Editor's note: We are so happy to reprint this recent column written by Donna-Marie for the MyYearofFaith.com blog. This is also the perfect opportunity to remind you about Donna-Marie's wonderful book, Bringing Lent Home with Mother Teresa: Prayers, Reflections, and Activities for Families, a perfect companion for you and your family for the remainder of this Lenten season. LMH
Pope Benedict XVI has said, “It means accompanying Jesus as he travels to Jerusalem, the place where the mystery of his passion, death, and resurrection is to be fulfilled” (March 9, 2011). Bl. John Paul II encouraged us to use the season of Lent wisely. He said, “The time of Lent is a special time of purification and penance as to allow our Savior to make us His neighbor and save us by His love” (Lent 1982).
As wonderful as all that sounds, in the family, most days we hope to merely make it through the day in one piece, never mind trying to add extra concerns and responsibilities. What’s more, with so much to do on any given day, how can we dare retreat from the busyness of the world to carve out the necessary and meaningful family prayer time in our domestic church?
We know that Catholic parents are supposed to be the first and foremost educators of their children and are responsible for passing on the faith. How do they impress upon their children the need to transform a forty-day period of time into a holy time?
I recommend that parents take a few basic steps to help polish up the atmosphere in their domestic church this Lent. First of all, they can tell the children that they will concentrate on three categories together as a family throughout Lent: Prayer, fasting, and almsgiving. Just as the tulip and daffodil bulbs hidden in the ground all winter require soil, water, and finally sunshine to grow so that we can enjoy them later in the spring, so, too, fasting, almsgiving, and prayer are the necessary ingredients to grow our spiritual lives—to make them come alive.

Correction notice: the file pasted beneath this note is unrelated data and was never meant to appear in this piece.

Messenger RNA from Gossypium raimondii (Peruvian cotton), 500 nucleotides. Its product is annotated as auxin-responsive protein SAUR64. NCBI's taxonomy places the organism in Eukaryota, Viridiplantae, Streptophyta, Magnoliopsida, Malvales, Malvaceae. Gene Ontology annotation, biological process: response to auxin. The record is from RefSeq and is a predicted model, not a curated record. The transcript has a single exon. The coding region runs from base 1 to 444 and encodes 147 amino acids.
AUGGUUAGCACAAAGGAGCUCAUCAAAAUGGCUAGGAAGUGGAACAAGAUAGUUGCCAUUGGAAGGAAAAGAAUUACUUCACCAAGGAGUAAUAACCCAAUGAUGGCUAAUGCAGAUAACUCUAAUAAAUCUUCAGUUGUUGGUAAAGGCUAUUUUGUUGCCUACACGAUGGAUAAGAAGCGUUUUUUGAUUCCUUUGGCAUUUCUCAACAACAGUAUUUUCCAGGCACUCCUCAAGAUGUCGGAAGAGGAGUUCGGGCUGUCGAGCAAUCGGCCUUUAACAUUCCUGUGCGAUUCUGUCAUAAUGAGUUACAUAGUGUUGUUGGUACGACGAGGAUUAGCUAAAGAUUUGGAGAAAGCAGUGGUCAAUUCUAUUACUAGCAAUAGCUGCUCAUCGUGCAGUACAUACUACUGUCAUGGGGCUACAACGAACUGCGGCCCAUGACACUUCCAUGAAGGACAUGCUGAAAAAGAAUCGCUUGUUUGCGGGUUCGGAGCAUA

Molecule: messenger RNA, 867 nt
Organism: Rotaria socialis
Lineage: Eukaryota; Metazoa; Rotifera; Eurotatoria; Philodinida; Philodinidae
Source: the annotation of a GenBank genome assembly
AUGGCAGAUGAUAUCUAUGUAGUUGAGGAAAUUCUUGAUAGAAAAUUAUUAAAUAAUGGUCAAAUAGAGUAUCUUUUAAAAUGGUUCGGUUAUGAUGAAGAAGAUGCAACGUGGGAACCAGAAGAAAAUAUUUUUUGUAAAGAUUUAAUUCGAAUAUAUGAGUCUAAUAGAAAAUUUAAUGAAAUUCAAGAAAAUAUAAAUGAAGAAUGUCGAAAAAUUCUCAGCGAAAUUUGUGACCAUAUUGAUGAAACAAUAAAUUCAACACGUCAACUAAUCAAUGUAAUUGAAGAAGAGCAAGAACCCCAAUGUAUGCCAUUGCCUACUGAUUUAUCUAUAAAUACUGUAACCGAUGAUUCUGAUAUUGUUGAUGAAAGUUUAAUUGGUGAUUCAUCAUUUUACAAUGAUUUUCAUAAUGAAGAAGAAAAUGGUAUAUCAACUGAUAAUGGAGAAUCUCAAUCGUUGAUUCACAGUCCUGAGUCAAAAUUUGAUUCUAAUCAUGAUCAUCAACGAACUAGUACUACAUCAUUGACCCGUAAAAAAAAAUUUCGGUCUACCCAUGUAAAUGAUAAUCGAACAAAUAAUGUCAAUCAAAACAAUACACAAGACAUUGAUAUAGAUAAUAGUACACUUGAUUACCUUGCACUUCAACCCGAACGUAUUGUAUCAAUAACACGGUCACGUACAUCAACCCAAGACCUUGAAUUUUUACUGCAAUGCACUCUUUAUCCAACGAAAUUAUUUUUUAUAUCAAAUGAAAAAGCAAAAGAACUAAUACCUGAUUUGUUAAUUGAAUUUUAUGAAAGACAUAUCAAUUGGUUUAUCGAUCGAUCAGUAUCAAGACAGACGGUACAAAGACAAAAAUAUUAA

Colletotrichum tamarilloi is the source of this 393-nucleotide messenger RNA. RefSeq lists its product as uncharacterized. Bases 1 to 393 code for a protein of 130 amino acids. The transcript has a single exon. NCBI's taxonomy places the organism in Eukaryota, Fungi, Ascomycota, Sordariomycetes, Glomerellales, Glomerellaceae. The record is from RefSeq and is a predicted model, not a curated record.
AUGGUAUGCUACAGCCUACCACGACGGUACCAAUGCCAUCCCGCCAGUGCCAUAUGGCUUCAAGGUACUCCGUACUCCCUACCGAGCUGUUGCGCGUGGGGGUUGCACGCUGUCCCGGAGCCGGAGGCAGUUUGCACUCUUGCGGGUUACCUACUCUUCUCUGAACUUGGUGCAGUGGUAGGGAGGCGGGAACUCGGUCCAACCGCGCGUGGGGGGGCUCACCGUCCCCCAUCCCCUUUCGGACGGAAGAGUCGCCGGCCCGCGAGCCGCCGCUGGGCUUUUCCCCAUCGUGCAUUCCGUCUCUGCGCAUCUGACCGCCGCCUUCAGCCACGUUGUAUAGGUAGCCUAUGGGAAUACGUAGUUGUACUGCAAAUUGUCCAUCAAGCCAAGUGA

Gather the family on Ash Wednesday (or before) to get your Lenten journey off on the right foot. You can do this when you have a captive audience right at the breakfast or dinner table. Explain the three things we try to do in Lent. First, we give up something. This is called fasting. Second, we give something to others. Which can be done in a few ways: helping others, giving possessions, or money. This is called almsgiving. Thirdly, we pray more. While, of course, we want to do these things on a regular basis, in Lent we do them more intensely.
Help each child formulate a plan for his or her Lenten journey. What can they give up? What can they do to help others? What does your family want to offer to God together this Lent? Take some time to brainstorm together and write up a plan. Hang it on the refrigerator or write it on a dry-erase board. Help each child write down their individual goals, which can be posted on their bedroom door or kept with them in their pocket or backpack.